We returned to Tsavo, at the beginning of the year, to a park deep in grass. At times, it is so high that we can only see the backs of the elephants. In this sea of green, buffalo can disappear altogether and giraffe are periscoped to delightful proportions. The rains have ended, the waterholes are full, and life is easy. It is the time of year that animals give birth – in the last few days we’ve seen enough baby zebras and warthogs to populate a children’s book. Wherever we go, ground-nesting birds dart through the grass with their chicks, and the raptors are so full that they barely glance down from their perches. The atmospheric violence of the rainy season has been replaced by soft, grey dawns and a haze of somnolent inactivity. We know it won’t last for long – already the sun manages to burn through in the afternoon and there is the hint of a breeze, but it feels as if the land has earned a respite.
In the short time we have been away, there has been a remarkable change in the elephants. We left towards the end of the rains, late in December, when the elephants were all concentrating on feeding – the fresh shoots, sappy bark and lush grass, seemed to be all they could focus on. That’s all changed; they’ve bulked up, joined up, and hormone levels have shot up. Many of the bulls we now see are in musth – a testosterone-fueled state of heightened aggression and sexual arousal. The normally-docile bull herds no longer have the ‘codger’s club’ feel to them – they are more edgy. Bulls test each other out, and they are more alert. The energy is different – we feel it when we drive amongst them. The larger bulls have attached themselves to female herds and they follow each female in turn to ‘trunk’ her to see if she is coming into oestrus. The first morning out I witnessed a herd, a mile distant run, screaming and trumpeting along the base of a hill for over twenty minutes. At any other time, I would have thought an elephant had just been poached, and I did check, but it was a ‘mating pandemonium’, initiated by a big tusker as he tried to catch up with a cow in season, who was running with her herd.
It is the start of out final year of filming in Tsavo and I sense that the tide is beginning to turn for elephants. The appalling attrition due to poaching is still there, but the recent success of a viral poster campaign in China by NY designer and conservationist Asher Jay http://news.mongabay.com/2013/1029-hance-pandas-of-africa.html proves that there is a thirst for information in the country that can ultimately lead to a change of attitude. Education is an incremental process, but the change it brings can be enduring. The question remains though, as to the state the continent’s elephant population, once the change in hearts and minds in China has been translated into a reduction in poaching in Africa. Towards the end of 2013, we had a single week in which we found three orphaned elephant calves. We helped the David Sheldrick Wildlife Trust rescue two of them which were subsequently taken into care (http://www.sheldrickwildlifetrust.org/). Sadly both died before the new year; one collapsed in Tsavo, the other died of pneumonia at the orphanage in Nairobi. They are among the uncounted victims of the present poaching pandemic. Often female elephants that are killed for their ivory have infants with them, and if they are still suckling, then they will most likely starve or die of dehydration.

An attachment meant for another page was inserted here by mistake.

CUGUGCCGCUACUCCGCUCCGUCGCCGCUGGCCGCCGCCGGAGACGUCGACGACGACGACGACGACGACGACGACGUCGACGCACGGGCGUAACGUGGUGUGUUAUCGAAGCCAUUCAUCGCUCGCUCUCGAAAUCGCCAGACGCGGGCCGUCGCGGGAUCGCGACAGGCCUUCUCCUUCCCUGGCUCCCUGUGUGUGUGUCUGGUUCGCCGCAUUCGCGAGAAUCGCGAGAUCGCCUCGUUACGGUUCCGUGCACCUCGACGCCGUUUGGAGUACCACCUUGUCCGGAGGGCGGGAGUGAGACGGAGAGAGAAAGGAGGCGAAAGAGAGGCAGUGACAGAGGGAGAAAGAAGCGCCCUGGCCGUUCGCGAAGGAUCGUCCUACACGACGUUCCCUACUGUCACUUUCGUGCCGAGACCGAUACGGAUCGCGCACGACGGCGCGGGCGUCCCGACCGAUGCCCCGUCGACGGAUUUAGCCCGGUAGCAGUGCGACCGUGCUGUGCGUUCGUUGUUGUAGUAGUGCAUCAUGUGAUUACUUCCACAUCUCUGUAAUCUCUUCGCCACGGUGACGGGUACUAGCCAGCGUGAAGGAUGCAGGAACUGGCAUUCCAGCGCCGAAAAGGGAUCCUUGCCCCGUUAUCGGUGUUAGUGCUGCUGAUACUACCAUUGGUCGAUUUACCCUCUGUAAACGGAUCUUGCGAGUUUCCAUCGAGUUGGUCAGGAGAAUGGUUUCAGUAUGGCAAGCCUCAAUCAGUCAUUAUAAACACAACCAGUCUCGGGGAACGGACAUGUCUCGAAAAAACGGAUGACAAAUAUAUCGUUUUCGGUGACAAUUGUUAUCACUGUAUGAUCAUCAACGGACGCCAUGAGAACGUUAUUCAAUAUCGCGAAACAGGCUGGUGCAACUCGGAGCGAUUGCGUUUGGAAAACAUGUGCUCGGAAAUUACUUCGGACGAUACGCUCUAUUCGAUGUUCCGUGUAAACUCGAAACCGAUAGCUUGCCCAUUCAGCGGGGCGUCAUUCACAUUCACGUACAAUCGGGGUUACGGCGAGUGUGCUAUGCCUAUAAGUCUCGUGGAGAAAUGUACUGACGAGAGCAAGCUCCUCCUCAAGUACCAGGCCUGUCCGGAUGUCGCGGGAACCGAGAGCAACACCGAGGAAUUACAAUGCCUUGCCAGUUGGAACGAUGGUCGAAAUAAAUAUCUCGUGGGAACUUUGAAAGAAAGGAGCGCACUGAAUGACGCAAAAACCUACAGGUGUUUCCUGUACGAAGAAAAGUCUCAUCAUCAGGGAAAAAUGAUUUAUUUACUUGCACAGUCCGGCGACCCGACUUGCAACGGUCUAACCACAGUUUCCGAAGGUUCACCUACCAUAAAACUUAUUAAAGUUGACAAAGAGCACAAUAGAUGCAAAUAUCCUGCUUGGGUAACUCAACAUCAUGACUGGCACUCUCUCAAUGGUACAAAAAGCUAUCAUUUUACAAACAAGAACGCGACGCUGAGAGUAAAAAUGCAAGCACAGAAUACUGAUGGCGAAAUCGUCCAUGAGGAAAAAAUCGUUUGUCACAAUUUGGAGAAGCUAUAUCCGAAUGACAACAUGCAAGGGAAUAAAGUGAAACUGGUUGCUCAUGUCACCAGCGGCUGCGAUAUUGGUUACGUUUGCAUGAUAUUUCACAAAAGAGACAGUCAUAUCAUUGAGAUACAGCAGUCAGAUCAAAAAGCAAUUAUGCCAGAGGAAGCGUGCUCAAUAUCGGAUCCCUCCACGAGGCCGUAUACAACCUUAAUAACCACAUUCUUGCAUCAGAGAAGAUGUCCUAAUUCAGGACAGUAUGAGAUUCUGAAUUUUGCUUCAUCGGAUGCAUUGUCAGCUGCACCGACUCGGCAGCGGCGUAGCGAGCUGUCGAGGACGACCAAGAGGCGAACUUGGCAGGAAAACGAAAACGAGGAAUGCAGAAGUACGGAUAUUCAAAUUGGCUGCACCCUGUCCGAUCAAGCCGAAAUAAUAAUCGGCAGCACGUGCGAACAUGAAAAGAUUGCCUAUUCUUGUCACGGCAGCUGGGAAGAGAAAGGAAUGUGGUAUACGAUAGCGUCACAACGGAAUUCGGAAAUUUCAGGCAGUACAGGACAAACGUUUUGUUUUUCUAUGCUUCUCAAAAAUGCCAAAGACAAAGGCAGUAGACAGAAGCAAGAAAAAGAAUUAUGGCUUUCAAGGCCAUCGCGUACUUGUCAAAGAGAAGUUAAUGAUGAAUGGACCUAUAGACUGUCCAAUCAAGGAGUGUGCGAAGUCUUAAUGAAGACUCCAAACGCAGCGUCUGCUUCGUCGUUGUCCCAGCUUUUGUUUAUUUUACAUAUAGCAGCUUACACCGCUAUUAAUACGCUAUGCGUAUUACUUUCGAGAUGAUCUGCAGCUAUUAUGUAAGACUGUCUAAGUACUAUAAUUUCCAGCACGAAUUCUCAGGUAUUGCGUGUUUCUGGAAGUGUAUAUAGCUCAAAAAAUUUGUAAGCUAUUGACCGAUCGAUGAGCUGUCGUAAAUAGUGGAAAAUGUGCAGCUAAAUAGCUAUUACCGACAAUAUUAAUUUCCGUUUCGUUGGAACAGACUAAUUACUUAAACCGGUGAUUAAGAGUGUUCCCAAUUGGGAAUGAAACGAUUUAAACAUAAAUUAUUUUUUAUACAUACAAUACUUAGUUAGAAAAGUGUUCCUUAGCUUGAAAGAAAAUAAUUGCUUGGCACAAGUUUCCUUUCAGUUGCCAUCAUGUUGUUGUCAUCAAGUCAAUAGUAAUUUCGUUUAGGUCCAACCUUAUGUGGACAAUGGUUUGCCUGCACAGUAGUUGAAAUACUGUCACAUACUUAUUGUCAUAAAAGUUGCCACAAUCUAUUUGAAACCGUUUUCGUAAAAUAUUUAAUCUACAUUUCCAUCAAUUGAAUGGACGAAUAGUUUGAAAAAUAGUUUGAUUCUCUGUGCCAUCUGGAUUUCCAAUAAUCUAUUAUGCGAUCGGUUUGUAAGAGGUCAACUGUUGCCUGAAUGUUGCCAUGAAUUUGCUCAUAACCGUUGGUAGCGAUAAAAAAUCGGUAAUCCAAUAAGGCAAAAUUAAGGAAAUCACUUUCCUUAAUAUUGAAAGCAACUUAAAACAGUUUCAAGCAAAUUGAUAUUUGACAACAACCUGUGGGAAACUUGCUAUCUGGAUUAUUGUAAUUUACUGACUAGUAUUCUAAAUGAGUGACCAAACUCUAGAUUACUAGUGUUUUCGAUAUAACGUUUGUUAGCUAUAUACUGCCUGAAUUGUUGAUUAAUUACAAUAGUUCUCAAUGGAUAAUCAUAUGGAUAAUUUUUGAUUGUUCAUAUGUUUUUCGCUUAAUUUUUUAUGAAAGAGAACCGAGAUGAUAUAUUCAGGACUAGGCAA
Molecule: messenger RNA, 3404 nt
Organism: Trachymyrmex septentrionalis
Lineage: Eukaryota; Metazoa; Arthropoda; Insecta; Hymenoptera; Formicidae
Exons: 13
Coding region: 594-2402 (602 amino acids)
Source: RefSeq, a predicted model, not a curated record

In camp, we think a lot about elephants. I have always been mindful of the role of elephants in spreading seeds, and we used that thought to close the film we made about an African fig tree (The Queen of Trees: http://www.deeblestone.com/films_cat.php?filmId=1). I was reminded of it again this week by an article that linked the importance of Africa’s forest elephants to the dispersal of tree seeds and the health of the forest. It went on to extrapolate that idea out to the forests’ importance in the water cycle and the weather (http://www.bbc.com/future/story/20140114-elephants-the-forest-gardeners). It was gratifying to see the dots being connected in a ‘How elephants affect the weather’ story that illustrates the inter-connectivity of the world we live in. Besides the elephant-centric subject of the article, I am encouraged that mainstream media is taking a more holistic, inter-connected view on the world, rather than the traditional isolationist approach. Taken to its natural conclusion it will result in an appreciation and celebration of biodiversity – that is something we need, and something I’ll applaud.
© Mark Deeble and A Wildlife Filmmaker in Africa, 2014. Unauthorized use and/or duplication of this material without express and written permission from this blog’s author and/or owner is strictly prohibited. Excerpts and links may be used, provided that full and clear credit is given to Mark Deeble and A Wildlife Filmmaker in Africa with appropriate and specific direction to the original content.